The Monastery of the Holy Ghost in Aalborg was built in 1431, but not established as a monastery until 1451. It functioned as a hospital and nursing home for the city's ill and poor inhabitants. After the Reformation in 1536, the monastery was converted into a hospital managed by the town council. From 1554-1847, part of the east wing was used as a Cathedral school. The monastery is Denmark's oldest social institution and still has homes for the elderly to this very day. Though the church was demolished in the 17th century, the rest of the monastery still stands - as one of the best preserved mediaeval monasteries in Denmark. It is also considered the best preserved monastery of the Order of the Holy Ghost north of the Alps.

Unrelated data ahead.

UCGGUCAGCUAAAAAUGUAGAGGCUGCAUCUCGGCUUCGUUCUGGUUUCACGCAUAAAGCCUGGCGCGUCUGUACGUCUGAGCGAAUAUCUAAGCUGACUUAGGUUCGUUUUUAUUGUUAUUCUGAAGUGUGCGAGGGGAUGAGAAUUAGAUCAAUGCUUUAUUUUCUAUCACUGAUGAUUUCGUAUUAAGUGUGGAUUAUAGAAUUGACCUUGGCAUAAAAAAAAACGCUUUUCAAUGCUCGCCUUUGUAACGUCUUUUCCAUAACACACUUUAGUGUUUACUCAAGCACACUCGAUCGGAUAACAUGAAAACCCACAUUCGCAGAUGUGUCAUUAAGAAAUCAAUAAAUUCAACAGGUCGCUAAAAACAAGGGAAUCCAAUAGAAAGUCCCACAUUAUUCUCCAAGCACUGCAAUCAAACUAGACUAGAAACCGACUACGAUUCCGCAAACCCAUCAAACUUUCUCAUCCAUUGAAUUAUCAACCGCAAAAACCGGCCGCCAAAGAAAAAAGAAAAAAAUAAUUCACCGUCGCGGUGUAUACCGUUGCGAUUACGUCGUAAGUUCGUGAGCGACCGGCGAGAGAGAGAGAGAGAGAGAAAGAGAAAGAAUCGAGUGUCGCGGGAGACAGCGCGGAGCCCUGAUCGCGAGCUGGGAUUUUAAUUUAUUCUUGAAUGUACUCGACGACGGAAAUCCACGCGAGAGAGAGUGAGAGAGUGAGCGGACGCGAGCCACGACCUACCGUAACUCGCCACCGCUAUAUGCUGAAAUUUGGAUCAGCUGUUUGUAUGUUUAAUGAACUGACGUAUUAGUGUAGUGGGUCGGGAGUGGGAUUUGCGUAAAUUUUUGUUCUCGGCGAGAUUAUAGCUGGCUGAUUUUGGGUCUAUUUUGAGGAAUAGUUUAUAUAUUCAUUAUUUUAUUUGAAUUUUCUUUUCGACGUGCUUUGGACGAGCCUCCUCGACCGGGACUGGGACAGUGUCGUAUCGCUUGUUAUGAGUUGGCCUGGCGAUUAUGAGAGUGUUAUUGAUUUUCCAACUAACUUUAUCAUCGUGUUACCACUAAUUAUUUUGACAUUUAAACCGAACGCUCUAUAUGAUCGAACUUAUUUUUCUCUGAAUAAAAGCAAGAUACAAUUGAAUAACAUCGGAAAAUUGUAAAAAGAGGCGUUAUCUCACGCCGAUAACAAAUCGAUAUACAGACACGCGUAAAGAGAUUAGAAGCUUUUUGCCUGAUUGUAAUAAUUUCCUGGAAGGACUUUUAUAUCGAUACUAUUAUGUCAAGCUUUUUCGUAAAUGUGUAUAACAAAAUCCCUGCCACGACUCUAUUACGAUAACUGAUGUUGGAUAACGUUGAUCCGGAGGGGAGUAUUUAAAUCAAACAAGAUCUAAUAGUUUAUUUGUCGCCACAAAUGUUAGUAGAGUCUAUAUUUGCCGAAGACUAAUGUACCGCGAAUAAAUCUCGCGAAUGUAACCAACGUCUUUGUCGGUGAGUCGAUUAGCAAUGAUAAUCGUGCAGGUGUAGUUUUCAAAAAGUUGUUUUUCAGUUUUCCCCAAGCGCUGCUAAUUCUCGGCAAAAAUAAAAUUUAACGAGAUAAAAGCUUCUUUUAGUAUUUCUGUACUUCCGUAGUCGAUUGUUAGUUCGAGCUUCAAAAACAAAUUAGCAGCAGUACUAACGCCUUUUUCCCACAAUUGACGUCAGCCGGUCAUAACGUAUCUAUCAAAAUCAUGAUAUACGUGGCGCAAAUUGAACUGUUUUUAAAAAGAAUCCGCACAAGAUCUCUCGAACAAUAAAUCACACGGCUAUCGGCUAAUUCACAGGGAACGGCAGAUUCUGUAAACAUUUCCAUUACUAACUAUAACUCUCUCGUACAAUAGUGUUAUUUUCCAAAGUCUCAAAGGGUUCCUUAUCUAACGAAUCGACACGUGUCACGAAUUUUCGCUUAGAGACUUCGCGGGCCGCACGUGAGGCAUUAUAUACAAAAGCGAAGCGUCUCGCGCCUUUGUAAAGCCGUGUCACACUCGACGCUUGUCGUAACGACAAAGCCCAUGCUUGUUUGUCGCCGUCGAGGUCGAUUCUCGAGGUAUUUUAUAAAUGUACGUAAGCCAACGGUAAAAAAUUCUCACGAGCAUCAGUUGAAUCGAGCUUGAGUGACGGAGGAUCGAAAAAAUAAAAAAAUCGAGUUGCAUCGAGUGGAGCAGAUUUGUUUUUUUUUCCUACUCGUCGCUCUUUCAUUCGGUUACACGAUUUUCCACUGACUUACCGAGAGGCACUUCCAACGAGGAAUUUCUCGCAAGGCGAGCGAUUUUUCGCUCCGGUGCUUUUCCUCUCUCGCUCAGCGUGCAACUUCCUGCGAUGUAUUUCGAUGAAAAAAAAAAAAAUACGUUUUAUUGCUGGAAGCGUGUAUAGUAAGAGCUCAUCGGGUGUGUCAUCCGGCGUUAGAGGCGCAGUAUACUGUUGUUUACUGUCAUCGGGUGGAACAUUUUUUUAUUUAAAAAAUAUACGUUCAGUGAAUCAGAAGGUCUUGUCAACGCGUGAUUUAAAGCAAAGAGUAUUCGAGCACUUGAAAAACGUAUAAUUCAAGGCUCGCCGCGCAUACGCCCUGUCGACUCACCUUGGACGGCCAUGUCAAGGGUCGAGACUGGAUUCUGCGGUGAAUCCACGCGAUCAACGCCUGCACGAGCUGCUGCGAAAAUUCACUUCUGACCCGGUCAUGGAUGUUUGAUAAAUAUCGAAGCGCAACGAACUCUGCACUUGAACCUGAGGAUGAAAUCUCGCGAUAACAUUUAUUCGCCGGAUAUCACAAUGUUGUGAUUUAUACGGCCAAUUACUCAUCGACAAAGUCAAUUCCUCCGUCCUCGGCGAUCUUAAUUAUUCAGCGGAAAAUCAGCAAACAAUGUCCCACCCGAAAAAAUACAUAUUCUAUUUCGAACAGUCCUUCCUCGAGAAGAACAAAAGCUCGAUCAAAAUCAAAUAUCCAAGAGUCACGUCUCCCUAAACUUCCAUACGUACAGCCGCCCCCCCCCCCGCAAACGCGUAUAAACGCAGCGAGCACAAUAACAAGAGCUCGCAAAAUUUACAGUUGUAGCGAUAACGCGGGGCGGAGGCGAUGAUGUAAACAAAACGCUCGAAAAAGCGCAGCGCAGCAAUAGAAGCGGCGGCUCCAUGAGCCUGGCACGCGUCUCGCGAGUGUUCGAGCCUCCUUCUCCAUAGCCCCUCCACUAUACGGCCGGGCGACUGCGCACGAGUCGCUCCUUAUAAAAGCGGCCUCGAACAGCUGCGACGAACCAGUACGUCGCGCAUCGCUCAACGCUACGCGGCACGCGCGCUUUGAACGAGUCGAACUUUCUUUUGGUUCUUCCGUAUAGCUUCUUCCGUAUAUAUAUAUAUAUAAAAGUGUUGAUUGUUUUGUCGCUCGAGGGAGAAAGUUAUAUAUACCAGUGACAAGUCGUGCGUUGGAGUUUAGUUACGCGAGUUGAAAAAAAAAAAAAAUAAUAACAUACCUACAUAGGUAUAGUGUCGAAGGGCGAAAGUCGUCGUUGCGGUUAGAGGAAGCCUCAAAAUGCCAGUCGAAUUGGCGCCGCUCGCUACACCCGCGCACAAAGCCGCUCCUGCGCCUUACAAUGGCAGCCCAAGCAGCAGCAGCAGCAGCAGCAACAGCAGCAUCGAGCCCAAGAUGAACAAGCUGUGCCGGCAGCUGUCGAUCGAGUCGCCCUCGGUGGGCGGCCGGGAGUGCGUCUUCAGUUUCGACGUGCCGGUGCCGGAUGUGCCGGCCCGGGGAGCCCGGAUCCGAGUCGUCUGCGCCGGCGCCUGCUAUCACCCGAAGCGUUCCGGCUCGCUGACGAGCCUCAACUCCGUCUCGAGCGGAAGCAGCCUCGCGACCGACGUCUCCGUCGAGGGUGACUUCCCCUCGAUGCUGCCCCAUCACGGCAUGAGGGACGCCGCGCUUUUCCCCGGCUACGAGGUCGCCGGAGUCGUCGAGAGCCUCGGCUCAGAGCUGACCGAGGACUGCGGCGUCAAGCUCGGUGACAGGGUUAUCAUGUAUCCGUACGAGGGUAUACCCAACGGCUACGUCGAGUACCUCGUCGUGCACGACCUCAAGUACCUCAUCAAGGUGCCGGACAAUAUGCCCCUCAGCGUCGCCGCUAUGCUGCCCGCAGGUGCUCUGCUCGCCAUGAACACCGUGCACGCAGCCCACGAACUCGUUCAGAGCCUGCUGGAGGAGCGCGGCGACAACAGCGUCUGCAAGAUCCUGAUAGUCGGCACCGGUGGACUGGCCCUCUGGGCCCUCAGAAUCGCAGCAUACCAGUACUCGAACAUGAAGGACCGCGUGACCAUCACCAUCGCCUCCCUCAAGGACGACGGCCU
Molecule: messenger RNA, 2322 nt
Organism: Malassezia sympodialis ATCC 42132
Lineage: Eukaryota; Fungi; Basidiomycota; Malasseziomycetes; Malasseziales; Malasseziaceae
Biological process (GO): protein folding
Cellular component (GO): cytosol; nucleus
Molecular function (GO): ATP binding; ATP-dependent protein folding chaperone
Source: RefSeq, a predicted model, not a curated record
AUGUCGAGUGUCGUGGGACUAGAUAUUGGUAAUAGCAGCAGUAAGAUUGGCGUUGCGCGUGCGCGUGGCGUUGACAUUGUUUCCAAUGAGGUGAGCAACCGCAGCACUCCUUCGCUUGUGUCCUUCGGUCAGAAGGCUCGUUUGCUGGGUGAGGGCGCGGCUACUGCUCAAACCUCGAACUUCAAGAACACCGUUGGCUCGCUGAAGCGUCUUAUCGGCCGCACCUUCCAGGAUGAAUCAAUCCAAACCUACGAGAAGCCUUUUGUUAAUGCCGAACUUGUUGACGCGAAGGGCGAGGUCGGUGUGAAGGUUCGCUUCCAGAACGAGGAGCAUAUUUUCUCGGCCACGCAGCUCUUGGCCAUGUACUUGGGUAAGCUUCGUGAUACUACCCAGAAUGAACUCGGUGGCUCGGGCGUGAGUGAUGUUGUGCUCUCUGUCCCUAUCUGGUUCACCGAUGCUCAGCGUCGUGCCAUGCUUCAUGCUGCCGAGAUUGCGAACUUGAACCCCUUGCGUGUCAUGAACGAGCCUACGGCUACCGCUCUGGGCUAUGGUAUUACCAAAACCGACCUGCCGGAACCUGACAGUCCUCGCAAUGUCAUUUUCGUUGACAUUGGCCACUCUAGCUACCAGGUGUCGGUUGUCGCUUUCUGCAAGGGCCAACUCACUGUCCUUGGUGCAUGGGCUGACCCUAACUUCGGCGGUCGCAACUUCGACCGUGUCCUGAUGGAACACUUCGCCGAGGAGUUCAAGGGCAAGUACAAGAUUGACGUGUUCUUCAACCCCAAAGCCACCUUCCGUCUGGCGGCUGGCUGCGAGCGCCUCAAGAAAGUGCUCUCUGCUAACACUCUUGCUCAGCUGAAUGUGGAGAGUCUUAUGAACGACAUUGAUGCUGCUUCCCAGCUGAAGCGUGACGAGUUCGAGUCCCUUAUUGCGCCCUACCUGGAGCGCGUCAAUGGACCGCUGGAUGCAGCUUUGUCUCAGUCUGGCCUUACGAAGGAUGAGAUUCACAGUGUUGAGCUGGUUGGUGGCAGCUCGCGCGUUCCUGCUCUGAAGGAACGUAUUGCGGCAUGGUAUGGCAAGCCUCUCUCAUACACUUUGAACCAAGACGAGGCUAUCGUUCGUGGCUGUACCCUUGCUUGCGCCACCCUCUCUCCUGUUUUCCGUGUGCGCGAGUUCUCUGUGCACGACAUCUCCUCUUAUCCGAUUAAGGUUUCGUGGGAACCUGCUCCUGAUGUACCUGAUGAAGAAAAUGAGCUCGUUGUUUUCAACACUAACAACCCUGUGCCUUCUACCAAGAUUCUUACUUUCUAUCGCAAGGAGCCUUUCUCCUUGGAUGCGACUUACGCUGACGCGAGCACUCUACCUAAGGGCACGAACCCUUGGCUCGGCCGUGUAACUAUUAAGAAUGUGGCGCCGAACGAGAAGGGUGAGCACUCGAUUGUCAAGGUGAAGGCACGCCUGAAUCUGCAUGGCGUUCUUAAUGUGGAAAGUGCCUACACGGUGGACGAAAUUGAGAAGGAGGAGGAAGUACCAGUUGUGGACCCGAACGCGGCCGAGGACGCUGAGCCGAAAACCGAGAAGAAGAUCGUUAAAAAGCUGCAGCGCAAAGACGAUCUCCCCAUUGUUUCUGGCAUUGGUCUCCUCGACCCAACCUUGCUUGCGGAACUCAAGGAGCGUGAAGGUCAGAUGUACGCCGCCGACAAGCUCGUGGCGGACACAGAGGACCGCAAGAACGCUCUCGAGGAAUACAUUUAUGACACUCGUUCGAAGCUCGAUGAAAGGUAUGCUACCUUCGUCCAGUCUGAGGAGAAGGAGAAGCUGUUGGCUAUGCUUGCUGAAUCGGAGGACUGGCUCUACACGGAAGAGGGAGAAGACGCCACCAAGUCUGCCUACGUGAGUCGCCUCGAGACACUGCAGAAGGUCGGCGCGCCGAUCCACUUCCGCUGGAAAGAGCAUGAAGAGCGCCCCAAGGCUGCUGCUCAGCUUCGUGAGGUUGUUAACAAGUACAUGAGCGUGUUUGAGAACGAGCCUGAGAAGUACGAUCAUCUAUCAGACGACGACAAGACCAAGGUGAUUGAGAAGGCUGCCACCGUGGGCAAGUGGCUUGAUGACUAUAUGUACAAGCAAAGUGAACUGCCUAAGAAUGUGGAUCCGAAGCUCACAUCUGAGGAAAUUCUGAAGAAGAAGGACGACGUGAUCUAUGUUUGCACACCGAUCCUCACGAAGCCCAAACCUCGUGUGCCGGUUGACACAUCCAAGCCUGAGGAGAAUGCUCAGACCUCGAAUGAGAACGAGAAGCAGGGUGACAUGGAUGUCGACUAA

The Holy Ghost moved into Aalborg in 1431, when a local dignitary called Maren Hemmings established a House of the Holy Ghost" to care for the city's sick and poor. Most Danish towns had these kinds of social foundations run by the town council in the late Middle Ages. But in 1451 Aalborg's House of the Holy Ghost was the first to be transferred to the Order of the Holy Ghost – a hospital order that originated in the South of France. The monastery had both friars and nuns to help patients both spiritually and physically. The nuns and monks lived separate lives in different parts of the monastery, also looking after foundlings and orphans. In Aalborg, the elderly could go to the Holy Ghost to buy a nursing home place. "